In September we had the final instalment in the long-running saga of Mr Walker v Innospec. The case dates back to 2012 and concerns civil partners and their entitlement to a spouse’s pension.

Mr Walker retired from Innospec Limited in 2003 on an annual pension of £85,000. He entered into a civil partnership in 2005 but was told by the pension scheme that his partner would only be entitled to a contracted-out pension of £500 a year. If he had married a wife, she would be entitled to half his £85,000 pension. However, the scheme rules contained a provision limiting a civil partner’s pension to half the pension accrued since 5 December 2005. As Mr Walker had already retired by December 2005, no pension was due.

This clear and obvious anomaly resulted from the fact that civil partnerships did not exist before 5 December 2005. A schedule to the Equality Act 2010 says it is not discrimination if a civil partner is prevented from access to a pension in respect of a period of service before 5 December 2005.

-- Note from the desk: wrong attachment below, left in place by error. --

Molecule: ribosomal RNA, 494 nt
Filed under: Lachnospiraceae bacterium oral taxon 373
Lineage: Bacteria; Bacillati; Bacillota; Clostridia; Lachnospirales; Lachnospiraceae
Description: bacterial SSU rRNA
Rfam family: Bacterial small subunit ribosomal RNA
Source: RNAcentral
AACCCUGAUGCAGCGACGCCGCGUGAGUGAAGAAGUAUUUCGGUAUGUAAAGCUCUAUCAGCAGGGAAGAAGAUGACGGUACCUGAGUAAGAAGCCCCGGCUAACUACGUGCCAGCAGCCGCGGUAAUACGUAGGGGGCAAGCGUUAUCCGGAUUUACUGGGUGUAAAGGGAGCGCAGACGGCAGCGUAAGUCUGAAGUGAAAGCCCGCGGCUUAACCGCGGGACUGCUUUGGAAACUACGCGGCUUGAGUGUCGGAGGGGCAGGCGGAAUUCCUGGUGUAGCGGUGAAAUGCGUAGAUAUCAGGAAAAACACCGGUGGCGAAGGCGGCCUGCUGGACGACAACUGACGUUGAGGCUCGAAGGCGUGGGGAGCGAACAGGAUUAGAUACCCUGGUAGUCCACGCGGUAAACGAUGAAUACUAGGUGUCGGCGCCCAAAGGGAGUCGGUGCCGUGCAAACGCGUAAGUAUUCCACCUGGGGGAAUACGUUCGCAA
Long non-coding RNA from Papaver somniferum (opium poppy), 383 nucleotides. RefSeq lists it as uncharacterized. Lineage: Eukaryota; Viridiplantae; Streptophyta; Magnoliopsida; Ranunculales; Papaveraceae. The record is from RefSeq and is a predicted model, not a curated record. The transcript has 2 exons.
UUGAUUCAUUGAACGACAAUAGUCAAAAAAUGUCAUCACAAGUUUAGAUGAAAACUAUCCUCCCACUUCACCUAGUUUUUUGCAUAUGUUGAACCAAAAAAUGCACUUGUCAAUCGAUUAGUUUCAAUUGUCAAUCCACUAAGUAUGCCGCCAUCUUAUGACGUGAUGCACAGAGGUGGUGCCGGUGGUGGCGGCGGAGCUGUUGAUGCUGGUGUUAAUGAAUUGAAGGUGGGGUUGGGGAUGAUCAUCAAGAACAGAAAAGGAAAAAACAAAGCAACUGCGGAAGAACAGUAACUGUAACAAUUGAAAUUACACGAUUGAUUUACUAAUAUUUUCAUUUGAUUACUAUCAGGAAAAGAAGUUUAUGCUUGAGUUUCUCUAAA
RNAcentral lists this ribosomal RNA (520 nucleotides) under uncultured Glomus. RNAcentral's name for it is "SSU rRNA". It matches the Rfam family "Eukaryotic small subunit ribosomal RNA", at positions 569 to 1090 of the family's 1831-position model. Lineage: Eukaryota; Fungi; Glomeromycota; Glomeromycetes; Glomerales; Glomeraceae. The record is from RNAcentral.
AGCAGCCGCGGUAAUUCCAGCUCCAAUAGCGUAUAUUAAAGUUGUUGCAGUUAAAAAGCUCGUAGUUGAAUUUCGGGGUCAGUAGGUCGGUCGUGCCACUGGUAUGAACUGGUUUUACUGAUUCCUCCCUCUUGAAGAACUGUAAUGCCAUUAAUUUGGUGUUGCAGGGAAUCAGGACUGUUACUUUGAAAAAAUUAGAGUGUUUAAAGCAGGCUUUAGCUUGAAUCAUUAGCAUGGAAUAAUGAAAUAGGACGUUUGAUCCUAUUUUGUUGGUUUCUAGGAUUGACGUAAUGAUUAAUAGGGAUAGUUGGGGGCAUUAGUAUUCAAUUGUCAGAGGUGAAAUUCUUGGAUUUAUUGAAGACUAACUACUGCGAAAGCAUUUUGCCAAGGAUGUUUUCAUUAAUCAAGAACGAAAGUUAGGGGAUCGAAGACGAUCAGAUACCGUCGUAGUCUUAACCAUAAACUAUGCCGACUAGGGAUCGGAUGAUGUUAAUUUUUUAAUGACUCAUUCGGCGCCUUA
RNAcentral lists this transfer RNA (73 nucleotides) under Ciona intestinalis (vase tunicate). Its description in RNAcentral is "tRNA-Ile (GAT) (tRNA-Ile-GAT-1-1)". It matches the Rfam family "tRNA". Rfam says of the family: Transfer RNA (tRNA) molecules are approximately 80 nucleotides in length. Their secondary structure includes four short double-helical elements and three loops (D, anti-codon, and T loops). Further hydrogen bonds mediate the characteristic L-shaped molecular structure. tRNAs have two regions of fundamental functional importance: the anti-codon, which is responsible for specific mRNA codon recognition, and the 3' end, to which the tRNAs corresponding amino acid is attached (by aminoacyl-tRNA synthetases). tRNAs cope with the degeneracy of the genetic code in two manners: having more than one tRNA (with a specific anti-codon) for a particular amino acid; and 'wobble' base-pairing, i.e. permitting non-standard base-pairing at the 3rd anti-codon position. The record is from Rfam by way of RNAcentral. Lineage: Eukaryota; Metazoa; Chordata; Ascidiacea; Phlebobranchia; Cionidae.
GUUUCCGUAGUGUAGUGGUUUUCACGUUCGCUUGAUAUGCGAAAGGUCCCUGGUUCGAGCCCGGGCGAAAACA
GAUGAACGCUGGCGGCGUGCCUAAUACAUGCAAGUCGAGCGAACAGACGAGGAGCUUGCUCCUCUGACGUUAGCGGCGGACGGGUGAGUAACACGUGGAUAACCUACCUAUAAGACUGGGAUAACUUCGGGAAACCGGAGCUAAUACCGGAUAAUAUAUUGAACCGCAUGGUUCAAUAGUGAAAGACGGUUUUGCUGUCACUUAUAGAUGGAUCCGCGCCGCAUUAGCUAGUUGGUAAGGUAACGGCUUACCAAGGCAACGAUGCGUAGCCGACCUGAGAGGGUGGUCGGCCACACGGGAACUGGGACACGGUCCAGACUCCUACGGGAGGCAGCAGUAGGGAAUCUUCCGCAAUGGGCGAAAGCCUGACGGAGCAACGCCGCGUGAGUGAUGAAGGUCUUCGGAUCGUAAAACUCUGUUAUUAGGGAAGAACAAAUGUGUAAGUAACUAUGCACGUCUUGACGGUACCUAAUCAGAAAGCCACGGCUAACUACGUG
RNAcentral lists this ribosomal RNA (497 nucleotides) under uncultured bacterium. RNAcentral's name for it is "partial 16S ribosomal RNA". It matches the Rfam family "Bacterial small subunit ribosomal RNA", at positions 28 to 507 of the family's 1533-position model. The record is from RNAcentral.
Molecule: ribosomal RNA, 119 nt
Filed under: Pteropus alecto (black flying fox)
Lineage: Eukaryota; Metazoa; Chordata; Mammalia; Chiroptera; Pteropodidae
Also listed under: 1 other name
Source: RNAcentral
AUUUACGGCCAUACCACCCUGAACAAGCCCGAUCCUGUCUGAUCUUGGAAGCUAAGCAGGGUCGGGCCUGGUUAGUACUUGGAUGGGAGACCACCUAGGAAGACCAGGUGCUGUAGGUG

Mr Walker took his case through the employment tribunals and on to the Court of Appeal. The Appeal judges held that, although the case certainly appeared to be unfair, they were not entitled to rewrite the laws of England. What they could do was to interpret the law and, in this situation, the law was perfectly clear and unambiguous.

When Parliament was debating the introduction of same-sex marriages in 2012, it found that broadly two-thirds of pension schemes had voluntarily adopted the same pension benefits for civil partners as for spouses. This case has finally established what the law is for pension schemes and civil partners (and indeed same-sex marriages). However, the case has also spotlighted the injustice of the legal restriction.

It will always be possible for schemes to equalise benefits voluntarily by including civil partners and same-sex spouses in the scheme’s definition of “spouse”. The actual cost of doing so will probably be minimal. Pension scheme actuaries usually make an assumption that a certain proportion of members will be married – around half – and those assumptions will not have to be radically revised.